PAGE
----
Students and pros come together for Aspen Santa Fe Ballet’s ‘The Nutcracker’
Though it premiered in Russia 120 years ago, “The Nutcracker” has become a cherished American institution over just the last seven decades or so, with its stateside debut in San Francisco in 1944 and with choreographer George Balanchine’s rejuvenated production of 1954.
The once forgotten Tchaikovsky-scored fantasy of family, toys, Christmas trimming, snow, sweets and sugar plumb fairies ushers in the holiday season each year across the U.S. on countless stages — its scenes and sounds now inextricably linked with the Yuletide spirit of childlike joy.
Dance companies all over the nation take on the fairy tale about a young girl, her nutcracker doll and her holiday dreams. For the Aspen Santa Fe Ballet, “The Nutcracker” is a local mainstay for the professional company and also the biggest stage for its student dancers.
The local company prepares for the annual holiday extravaganza with an intense two-week rehearsal schedule. They then stage four performances in Santa Fe, N.M., four in Omaha, Neb., and finish off with four here in Aspen next weekend.
The production is downright epic, especially compared to the often stripped-down and modern sheen of Aspen Santa Fe’s performances. Along with the company’s 11 dancers, “The Nutcracker” brings in nine additional ballerinas, a group of traditional folk dancers, circus performers and two Russian dancers for a total cast of 60. Oh, and then there are the 140 children from the School of Aspen Santa Fe Ballet who fill the stage.
“When the curtain comes up, it is one cohesive group,” says Tom Mossbrucker, Aspen Santa Fe Ballet’s artistic director. “It’s really amazing to see. I think it’s a great time of year for us.”
For the kids in Aspen Santa Fe’s dance school, “The Nutcracker” provides an opportunity to dance beside the pros — and the biggest show of the year for them. They’re the stars of the party and battle scene of Act I, with some returning for the candy cane dance and Waltz of the Flowers in Act II.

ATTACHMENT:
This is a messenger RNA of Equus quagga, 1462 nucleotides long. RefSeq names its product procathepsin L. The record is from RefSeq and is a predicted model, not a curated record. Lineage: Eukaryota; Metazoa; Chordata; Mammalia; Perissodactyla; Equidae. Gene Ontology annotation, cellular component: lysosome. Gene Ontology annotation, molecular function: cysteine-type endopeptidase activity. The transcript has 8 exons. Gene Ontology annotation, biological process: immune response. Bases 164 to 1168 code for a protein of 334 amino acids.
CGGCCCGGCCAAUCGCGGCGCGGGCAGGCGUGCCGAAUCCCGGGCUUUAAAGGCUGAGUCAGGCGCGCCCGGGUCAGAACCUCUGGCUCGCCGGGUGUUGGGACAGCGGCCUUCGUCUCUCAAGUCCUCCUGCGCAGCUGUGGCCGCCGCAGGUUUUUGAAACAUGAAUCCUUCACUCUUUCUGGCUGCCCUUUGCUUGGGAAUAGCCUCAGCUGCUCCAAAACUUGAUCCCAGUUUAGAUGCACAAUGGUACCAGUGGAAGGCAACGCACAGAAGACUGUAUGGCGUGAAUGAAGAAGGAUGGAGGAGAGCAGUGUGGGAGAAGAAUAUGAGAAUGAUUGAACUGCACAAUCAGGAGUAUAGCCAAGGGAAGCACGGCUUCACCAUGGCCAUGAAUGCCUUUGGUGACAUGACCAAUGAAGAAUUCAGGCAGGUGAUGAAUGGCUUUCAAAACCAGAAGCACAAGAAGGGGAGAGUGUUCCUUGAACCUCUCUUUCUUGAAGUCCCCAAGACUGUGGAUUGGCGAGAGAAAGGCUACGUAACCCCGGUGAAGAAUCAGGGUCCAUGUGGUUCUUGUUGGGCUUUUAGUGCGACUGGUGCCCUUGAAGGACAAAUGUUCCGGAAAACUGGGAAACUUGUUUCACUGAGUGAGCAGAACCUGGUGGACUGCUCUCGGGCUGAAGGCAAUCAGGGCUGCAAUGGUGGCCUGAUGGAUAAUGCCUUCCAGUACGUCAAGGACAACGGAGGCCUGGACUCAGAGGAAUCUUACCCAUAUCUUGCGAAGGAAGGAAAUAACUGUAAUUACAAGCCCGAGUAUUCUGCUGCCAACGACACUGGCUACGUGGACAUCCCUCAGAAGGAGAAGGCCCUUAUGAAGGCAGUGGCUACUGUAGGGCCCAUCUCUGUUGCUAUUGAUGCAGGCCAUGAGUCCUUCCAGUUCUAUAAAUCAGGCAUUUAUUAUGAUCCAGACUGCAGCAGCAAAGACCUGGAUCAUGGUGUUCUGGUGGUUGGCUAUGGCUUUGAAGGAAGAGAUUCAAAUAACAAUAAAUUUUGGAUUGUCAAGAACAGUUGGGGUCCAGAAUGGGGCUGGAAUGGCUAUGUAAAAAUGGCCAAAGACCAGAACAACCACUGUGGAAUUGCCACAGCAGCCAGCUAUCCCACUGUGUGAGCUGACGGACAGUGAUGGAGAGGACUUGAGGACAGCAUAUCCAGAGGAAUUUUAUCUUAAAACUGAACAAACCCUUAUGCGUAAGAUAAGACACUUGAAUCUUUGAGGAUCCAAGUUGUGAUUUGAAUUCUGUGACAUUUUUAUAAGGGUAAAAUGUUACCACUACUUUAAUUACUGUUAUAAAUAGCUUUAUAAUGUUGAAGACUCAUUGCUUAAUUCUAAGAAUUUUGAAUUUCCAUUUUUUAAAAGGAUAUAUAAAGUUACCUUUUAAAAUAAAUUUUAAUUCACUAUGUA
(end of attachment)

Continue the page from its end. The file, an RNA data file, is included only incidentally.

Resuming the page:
The local kids practice for six weeks to get the performance right. A separate stable of young dancers perform those parts in the company’s performances in Aspen, Santa Fe and Omaha.
“It gives them an opportunity to see where they can take dance,” says Melanie Dosckocil, the Aspen school director for Aspen Santa Fe Ballet, “to see the level of dedication the professionals put into their work. And the professional dancers are so great with the kids.”
Mossbrucker, who first performed in “The Nutcracker” at age 15, agreed that being a part of the production has marked the beginning of countless dancing careers.
“It’s a great experience for them to see what it’s like to be in a professional production,” he says.
The annual “Nutcracker” production also is a rare opportunity to see the local company performing classical ballet — replete with tutus and dancing on pointed toes.
While people might not associate Aspen Santa Fe Ballet with such traditional performances like “The Nutcracker,” the company’s proficiency in the classical style is at its heart. They practice classical dance every day in the studio, with women in point shoes and all. Like a musician learning scales before she can play improvisational jazz, the traditional moves central to “The Nutcracker” are an indispensable staple of Aspen Santa Fe’s repertoire.
“The contemporary works rely on the classical vocabulary,” Mossbrucker explains. “For the contemporary to look good, you have to have the classical down.”
Two of the pieces in Aspen Santa Fe’s upcoming winter lineup here also will include dancing on point.
The company’s progressive energy lends the holiday classic a spirited energy, aimed at delighting kids of all ages.
“We keep it entertaining,” Mossbrucker says. “We try to make it fast-paced and entertaining and funny, with a lot of great dancing.”
Many of the people in the audience got their first introduction to ballet and theatrical dance by seeing “The Nutcracker” as children, opening the door to a wider appreciation of the art — it’s like a gateway drug for modern dance. The show, at its best, can communicate the wonder and excitement of dance to children, opening their eyes to the possibilities of performance art.
“I like the fact that it touches children,” says Mossbrucker. “And for a lot of kids, it’s the first time they’re seeing a dance production — or any theater production. It’s so magical with the color and the lights, it’s really kind of an intense thing for children.”